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The main event

March 2, 2004
The main event Merging manufacturing legacy facilities, acquisitions and newer ventures is a daunting challenge in any circumstances. When products move

The main event

Merging manufacturing legacy facilities, acquisitions and newer ventures is a daunting challenge in any circumstances. When products move along complex assembly lines, proper management of all events can mean the difference between success and failure.

Consider the challenges of International Truck & Engine Corp.
(www.internationaldelivers.com), which manufactures trucks, buses and parts in various locations throughout North America. For truck manufacture, International has plants in Monterrey, Mexico (Escobedo), and Garland, Tex., the latter primarily for severe service products. For Class 8 trucks, the company has a plant in Chatham, Ont., Canada, while medium-duty trucks are produced in Springfield, Ohio. International’s school bus manufacturing plants, meanwhile, are located in Tulsa, Okla., and Conway, Ark.

Until recent years, truck operations were handled in the Chatham and Springfield plants. As the company has grown, more plants have meant a more complex model with International’s supply base heavily weighted in the 10 central U.S. states.

“As we grew and put more volumes in our plants in the southwest corridor, we realized the way we had managed inbound freight just wasn’t going to work anymore,” says Tom Erickson, International’s director of logistics. “Each plant before was more autonomously managed — we put the transportation pricing and carriers in place centrally, but the plants pretty much scheduled and arranged for or told suppliers when to ship. Last year we changed that method of operation significantly.”

Several years ago, Accenture (www.accenture.com) had been invited to conduct a study and offer recommendations about putting together a lead logistics provider (LLP) plan. The timing wasn’t right to move forward then. The volumes in the southwest plants weren’t mature enough at that time to justify that kind of move, so the recommendation was put on a shelf.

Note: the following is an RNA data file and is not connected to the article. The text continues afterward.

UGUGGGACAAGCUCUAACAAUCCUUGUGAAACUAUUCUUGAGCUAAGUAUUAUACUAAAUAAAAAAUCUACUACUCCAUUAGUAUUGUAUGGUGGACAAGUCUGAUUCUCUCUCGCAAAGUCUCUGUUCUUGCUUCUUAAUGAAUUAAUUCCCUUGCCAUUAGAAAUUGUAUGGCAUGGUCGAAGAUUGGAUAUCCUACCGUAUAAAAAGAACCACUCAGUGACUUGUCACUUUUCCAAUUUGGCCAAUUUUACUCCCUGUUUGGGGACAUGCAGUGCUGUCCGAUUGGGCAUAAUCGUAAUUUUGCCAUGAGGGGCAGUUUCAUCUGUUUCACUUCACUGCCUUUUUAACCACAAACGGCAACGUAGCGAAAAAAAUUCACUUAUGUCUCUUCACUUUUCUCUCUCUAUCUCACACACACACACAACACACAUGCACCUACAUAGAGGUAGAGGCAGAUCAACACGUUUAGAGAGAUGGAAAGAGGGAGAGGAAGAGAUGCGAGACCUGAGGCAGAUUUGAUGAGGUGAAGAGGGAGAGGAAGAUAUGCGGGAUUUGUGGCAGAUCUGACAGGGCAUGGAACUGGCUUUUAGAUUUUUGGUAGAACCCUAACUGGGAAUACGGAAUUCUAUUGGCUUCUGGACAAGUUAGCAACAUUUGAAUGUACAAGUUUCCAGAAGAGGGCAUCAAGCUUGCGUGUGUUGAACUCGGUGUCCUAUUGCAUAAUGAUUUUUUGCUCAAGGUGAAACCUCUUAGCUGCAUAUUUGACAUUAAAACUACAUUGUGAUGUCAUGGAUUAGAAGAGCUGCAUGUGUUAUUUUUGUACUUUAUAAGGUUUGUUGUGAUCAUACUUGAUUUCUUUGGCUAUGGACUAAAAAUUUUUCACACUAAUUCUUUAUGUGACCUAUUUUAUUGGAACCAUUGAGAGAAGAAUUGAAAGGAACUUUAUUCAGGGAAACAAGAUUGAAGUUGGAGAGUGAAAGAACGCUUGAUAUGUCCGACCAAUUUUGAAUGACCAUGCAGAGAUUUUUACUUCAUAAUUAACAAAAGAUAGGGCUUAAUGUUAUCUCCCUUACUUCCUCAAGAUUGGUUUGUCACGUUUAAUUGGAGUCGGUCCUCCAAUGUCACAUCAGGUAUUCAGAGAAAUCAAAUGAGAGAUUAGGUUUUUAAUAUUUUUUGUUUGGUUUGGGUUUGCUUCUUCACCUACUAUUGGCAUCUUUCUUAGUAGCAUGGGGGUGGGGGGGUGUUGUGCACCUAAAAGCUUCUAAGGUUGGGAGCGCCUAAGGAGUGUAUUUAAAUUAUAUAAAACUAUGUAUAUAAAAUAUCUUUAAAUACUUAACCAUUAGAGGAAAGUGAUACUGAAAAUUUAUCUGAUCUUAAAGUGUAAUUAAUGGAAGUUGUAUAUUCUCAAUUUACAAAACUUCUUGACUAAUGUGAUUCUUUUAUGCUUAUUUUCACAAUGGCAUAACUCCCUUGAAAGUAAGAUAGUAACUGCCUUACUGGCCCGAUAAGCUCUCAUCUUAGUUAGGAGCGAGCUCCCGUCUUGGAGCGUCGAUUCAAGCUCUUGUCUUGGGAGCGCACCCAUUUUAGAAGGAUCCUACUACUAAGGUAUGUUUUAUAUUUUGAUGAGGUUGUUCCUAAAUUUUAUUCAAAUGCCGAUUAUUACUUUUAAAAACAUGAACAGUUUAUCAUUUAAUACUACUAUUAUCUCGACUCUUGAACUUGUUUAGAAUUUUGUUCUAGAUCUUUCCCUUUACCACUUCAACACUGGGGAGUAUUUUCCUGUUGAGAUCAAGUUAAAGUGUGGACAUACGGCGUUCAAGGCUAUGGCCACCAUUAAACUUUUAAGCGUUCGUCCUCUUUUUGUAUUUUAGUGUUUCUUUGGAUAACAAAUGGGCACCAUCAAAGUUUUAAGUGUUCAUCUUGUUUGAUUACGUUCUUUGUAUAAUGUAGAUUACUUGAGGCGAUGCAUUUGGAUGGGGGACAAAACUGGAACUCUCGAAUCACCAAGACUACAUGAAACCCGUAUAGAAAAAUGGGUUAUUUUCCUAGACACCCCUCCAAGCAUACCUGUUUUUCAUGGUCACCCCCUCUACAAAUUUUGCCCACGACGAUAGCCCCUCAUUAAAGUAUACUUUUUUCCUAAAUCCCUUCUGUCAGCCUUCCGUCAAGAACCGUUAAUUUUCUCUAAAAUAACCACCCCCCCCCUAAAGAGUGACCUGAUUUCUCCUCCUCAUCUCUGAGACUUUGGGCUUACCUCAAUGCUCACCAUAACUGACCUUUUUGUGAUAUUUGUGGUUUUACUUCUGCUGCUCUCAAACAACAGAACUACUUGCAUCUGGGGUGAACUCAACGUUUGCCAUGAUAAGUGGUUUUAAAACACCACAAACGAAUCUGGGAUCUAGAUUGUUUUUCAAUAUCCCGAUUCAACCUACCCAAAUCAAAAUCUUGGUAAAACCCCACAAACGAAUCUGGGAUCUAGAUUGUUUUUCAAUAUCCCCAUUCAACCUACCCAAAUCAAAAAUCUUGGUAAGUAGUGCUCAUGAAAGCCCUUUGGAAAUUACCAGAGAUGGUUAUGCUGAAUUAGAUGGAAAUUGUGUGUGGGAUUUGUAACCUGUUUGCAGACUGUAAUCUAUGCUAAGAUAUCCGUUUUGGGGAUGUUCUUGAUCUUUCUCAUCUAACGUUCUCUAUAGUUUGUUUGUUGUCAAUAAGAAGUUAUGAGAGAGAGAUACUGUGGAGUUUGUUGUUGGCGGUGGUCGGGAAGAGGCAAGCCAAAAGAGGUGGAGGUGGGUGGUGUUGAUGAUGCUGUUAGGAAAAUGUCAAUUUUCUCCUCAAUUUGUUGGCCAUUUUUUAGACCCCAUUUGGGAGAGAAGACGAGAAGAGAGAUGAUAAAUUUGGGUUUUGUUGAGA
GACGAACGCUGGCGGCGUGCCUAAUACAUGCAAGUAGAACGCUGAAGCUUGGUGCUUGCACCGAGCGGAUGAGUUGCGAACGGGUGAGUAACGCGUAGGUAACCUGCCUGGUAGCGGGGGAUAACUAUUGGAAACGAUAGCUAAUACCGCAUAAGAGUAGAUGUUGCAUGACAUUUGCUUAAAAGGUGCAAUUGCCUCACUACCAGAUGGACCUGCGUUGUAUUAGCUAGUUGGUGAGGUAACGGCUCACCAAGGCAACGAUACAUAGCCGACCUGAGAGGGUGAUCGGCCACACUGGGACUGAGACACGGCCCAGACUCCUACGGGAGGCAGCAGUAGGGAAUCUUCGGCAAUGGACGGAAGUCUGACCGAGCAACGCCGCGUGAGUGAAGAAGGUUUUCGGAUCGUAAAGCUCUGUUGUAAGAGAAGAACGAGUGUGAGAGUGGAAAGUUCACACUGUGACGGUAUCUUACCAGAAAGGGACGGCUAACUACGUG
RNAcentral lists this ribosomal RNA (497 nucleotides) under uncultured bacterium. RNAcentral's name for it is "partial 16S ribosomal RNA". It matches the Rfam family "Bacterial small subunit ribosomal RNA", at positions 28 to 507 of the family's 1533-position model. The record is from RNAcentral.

What opened it up again, though, was a joint venture with Ford Motor Co. (www.ford.com), which has an ongoing LLP relationship with Penske Logistics (www.penskelogistics.com), Erickson explains. International met with Penske, liked what it saw and ultimately piggybacked on the existing Ford-Penske relationship.

One reason for International’s partnering with Penske was so that the truck manufacturer could take advantage of the LLP’s systems, and not have to make software investments on its own.

“Penske provides our transportation management system and transportation resources in plants,” notes Erickson. “Additionally, they are a third-party warehouse support provider for two of our plants, running operations at our Escobedo plant and Garland.”

As the time for implementation approached, there was some initial resistance within International. Erickson pulled together the supply chain and materials managers at the plants involved in the launch so they could get comfortable with what was being done and see that the company wasn’t driving a fixed solution. Managers had the opportunity to customize as much as could be accommodated.

“When we implemented the program,” says Erickson, “visibility of material in the pipeline allowed managers to reduce inventories. They have come to depend on the consistency with which we can deliver material to their doors.”

While on-time delivery has been outstanding, International has occasionally run into problems if an order is dropped in at the last minute or there is a supplier performance issue. “The network has allowed us to react to those kinds of issues,” Erickson points out, “and it’s actually allowed us to minimize our use of premium and expedited transportation.”

International provides duplicates of its electronic data interchange (EDI) transmission to its suppliers. In that way suppliers are able bring the data into their system with minimal modification — and certainly minimal investment — on Erickson’s part.

International fully implemented the southwest corridor into the event management program at the end of May 2003, taking Conway, Tulsa, Garland and Escobedo into the network first. It is bringing its legacy plants — the truck plants at Springfield and Chatham — in this year. Springfield was launched at the beginning of February, and Chatham will join this spring.
“It’s still evolving,” notes Erickson. “We’re getting valuable information and are fine-tuning and improving our ability to find metrics on supplier performance and shipping schedules.” LT

March, 2004

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